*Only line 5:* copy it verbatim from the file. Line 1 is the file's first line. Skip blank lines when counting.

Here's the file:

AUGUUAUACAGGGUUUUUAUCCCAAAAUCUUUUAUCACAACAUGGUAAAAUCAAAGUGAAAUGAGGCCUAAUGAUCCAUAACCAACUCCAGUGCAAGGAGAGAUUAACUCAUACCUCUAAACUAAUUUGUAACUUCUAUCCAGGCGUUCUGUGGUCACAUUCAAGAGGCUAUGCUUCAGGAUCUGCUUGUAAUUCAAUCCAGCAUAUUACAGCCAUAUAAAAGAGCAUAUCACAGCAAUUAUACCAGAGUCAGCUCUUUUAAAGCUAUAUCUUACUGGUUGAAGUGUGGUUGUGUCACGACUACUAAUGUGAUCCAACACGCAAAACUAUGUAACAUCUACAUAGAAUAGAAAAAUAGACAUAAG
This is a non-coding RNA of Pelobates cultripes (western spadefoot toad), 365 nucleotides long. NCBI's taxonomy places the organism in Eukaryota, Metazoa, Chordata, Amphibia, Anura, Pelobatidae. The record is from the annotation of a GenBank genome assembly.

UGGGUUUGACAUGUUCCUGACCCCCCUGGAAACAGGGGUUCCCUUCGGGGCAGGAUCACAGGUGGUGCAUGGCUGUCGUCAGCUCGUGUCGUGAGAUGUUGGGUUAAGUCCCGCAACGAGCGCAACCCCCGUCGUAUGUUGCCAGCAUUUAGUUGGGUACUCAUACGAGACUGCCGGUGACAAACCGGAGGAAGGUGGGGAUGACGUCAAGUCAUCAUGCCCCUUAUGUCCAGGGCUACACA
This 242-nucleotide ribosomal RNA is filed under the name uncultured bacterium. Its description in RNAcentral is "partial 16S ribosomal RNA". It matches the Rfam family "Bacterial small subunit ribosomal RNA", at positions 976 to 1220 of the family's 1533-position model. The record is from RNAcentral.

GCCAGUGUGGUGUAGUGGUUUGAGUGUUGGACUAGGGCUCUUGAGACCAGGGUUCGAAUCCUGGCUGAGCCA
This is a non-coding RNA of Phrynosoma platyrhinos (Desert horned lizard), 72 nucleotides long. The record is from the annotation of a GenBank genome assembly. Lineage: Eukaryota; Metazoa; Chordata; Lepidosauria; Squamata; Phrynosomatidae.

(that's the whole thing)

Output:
GCCAGUGUGGUGUAGUGGUUUGAGUGUUGGACUAGGGCUCUUGAGACCAGGGUUCGAAUCCUGGCUGAGCCA